Former U.S President Donald Trump's government has restricted travel to the United States by Chinese Communist Party members and their families, the New York Times newspaper reported on Thursday, a move China condemned as political oppression.
The new policy, which took immediate effect, limits the maximum validity of travel visas for party members and their families to one month and a single entry, as per two people familiar with the development. A State Department spokesman said in an emailed statement it was reducing the validity of visas for party members from 10 years to one month. Previously, party members, like other Chinese citizens, could obtain U.S. visitor visas of up to 10 years' duration, it said.
Principally, the policy change could affect the travel of roughly 270 million people (China has about 92 million Communist Party members) although, in practice, it might be difficult to determine who, apart from high-level officials, belongs to the party. The new visa rules add to the now years-long conflict between the countries on trade, technology and much else.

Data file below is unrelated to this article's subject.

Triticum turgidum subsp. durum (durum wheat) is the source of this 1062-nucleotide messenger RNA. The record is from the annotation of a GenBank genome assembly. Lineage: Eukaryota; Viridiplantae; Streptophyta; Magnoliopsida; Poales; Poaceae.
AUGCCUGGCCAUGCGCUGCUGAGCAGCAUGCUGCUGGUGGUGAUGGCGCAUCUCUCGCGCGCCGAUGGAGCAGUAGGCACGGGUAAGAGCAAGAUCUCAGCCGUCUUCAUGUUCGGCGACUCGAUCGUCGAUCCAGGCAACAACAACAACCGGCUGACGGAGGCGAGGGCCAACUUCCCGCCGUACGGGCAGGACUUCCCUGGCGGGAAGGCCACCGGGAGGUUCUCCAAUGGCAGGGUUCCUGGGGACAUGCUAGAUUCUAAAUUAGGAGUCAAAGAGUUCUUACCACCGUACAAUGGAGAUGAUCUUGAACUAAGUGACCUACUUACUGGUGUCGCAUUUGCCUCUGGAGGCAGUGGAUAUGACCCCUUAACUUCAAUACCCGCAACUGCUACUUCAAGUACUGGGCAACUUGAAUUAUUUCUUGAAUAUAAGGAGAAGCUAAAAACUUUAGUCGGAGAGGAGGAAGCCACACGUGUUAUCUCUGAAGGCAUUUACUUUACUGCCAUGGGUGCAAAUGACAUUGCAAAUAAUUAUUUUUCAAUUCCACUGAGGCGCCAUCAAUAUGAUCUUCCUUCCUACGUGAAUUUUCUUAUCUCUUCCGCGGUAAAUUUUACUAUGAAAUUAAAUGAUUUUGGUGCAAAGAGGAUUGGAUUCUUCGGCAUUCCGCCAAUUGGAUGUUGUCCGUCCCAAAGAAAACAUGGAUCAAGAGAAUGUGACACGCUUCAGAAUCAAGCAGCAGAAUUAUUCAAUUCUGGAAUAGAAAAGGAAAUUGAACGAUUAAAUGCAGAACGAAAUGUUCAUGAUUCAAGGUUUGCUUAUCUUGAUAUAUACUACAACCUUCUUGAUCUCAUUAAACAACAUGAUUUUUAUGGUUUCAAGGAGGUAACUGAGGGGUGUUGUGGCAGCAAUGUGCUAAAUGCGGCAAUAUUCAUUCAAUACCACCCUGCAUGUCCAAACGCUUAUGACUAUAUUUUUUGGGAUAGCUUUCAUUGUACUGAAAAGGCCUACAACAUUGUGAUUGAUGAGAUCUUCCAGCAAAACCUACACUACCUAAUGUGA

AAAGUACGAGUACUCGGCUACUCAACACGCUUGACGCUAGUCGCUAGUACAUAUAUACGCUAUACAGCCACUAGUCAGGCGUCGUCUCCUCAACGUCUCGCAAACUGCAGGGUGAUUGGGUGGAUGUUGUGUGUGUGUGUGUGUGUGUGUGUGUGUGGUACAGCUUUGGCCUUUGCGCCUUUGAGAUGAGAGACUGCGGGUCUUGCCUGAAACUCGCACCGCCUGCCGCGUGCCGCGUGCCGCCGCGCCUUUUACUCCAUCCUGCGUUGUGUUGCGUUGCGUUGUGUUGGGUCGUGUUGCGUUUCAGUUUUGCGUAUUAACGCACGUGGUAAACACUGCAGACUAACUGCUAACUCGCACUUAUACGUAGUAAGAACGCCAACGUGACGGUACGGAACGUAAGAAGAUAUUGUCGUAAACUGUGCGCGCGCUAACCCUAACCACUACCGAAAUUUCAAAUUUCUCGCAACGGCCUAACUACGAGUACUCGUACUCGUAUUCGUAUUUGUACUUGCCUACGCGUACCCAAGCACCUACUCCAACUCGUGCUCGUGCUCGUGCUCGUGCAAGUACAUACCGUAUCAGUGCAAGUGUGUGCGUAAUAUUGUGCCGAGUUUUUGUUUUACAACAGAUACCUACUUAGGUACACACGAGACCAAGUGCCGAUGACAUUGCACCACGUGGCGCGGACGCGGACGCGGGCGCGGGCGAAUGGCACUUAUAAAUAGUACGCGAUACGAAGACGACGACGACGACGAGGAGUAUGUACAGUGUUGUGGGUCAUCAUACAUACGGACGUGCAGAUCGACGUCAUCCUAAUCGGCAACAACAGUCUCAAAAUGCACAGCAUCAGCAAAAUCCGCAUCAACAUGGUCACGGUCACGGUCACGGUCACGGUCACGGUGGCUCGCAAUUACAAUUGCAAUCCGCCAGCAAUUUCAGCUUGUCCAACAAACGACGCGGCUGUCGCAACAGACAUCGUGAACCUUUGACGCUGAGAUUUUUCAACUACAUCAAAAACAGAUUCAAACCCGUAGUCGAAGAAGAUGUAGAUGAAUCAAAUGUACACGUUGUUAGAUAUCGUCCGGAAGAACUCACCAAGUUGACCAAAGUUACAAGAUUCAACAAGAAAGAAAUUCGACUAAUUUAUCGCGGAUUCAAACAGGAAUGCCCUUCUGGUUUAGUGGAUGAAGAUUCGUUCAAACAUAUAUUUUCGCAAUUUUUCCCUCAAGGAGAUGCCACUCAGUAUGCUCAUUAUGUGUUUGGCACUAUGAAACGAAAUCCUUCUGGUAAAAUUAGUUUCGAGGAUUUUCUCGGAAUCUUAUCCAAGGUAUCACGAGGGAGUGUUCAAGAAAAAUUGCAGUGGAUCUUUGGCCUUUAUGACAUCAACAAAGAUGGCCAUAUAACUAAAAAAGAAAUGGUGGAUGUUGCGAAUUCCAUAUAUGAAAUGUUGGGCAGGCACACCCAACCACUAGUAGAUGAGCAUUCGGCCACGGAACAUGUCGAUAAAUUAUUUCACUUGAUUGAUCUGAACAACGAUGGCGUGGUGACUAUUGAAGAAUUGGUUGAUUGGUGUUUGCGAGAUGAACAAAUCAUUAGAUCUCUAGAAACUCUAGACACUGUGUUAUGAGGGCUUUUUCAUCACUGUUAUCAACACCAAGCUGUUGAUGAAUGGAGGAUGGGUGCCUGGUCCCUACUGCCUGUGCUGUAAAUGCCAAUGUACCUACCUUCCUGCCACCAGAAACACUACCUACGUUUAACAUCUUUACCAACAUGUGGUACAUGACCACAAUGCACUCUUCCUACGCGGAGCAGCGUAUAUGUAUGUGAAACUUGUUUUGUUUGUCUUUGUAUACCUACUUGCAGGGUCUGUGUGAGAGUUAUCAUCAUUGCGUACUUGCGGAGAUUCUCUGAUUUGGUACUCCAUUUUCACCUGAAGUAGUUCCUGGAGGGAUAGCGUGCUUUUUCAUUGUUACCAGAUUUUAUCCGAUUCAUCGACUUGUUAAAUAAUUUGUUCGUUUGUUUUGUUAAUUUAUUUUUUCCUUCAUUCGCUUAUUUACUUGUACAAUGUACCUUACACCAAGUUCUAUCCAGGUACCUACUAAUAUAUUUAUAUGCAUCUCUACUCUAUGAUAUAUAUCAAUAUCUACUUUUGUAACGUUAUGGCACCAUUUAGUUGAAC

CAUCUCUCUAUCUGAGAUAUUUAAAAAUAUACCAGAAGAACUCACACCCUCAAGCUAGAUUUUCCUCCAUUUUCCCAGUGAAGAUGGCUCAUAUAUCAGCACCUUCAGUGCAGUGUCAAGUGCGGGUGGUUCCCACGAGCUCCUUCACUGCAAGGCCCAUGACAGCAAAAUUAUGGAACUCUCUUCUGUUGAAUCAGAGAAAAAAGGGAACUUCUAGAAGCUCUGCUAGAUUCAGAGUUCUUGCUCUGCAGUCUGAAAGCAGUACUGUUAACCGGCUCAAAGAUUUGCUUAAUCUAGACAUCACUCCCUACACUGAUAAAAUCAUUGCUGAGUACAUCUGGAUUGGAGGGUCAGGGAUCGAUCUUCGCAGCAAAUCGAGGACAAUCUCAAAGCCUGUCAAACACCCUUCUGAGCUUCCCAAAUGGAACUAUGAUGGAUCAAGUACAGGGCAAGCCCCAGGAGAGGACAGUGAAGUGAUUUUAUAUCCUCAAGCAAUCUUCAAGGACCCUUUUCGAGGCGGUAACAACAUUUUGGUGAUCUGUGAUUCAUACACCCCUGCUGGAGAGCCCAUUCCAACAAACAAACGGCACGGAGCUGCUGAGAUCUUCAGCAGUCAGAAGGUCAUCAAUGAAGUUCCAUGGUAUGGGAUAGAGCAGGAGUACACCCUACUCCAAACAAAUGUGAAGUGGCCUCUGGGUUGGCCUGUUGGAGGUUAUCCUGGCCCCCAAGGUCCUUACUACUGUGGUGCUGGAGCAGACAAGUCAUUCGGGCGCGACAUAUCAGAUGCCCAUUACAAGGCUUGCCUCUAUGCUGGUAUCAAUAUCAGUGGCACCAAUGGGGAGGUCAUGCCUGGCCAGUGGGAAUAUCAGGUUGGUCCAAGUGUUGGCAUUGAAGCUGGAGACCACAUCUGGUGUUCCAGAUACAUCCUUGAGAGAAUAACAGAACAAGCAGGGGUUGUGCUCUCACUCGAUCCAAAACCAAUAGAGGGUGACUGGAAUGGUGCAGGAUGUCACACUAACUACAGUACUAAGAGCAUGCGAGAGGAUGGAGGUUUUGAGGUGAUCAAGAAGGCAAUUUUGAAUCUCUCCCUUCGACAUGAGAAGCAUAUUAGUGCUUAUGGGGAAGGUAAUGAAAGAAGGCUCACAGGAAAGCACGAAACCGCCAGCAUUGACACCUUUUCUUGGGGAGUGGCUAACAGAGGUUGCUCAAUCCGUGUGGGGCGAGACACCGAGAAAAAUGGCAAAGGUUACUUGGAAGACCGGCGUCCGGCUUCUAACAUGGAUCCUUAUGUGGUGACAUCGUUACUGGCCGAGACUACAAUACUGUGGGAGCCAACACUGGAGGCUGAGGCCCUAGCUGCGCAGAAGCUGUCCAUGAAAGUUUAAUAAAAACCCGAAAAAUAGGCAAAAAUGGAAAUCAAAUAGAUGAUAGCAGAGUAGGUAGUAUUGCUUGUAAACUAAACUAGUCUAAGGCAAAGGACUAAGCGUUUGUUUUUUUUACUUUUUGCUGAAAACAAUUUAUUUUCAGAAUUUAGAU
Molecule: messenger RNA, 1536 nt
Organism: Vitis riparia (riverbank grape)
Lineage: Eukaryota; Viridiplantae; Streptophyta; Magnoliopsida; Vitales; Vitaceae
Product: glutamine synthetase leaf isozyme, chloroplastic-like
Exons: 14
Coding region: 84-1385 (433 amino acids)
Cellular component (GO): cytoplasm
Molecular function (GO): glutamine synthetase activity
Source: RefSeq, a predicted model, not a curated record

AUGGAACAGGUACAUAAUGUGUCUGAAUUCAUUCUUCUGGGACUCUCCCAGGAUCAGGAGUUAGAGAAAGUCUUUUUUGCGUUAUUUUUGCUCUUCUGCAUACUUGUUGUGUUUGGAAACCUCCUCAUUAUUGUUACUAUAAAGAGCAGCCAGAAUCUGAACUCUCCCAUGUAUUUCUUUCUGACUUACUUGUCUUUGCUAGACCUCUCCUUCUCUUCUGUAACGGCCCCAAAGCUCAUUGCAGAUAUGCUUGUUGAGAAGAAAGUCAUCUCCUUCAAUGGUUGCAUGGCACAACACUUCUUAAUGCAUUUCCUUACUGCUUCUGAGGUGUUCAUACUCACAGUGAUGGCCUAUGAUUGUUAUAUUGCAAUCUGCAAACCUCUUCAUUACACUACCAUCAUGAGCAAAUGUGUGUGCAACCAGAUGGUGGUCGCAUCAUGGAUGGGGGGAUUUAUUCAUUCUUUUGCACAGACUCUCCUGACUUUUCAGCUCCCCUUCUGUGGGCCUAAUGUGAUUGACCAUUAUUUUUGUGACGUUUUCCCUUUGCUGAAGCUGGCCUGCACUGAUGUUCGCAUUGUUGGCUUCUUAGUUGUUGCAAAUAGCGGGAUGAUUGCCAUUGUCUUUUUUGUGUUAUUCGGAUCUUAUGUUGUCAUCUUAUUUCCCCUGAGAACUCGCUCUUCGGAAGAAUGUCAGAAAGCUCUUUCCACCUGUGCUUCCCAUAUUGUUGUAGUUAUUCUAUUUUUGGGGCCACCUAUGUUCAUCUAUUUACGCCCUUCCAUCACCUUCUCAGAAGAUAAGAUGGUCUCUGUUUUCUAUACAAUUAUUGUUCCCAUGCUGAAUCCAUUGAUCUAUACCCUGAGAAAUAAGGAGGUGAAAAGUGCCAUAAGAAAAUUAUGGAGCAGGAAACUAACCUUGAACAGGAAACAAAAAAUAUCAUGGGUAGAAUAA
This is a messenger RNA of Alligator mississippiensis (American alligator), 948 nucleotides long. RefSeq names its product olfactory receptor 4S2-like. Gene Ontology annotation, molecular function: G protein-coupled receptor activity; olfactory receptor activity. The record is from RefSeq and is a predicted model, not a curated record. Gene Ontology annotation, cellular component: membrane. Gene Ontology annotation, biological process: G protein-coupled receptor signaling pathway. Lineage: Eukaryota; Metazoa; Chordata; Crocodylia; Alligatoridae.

The Trump administration has sought to cement the outgoing president's tough-on-China legacy; relations between the world's two largest economies have sunk to their lowest point in decades. Washington and Beijing have clashed over China's handling of the covid-19 outbreak, its tightening grip on Hong Kong, its disputed claims in the South China Sea, trade and accusations of human rights crimes in Xinjiang.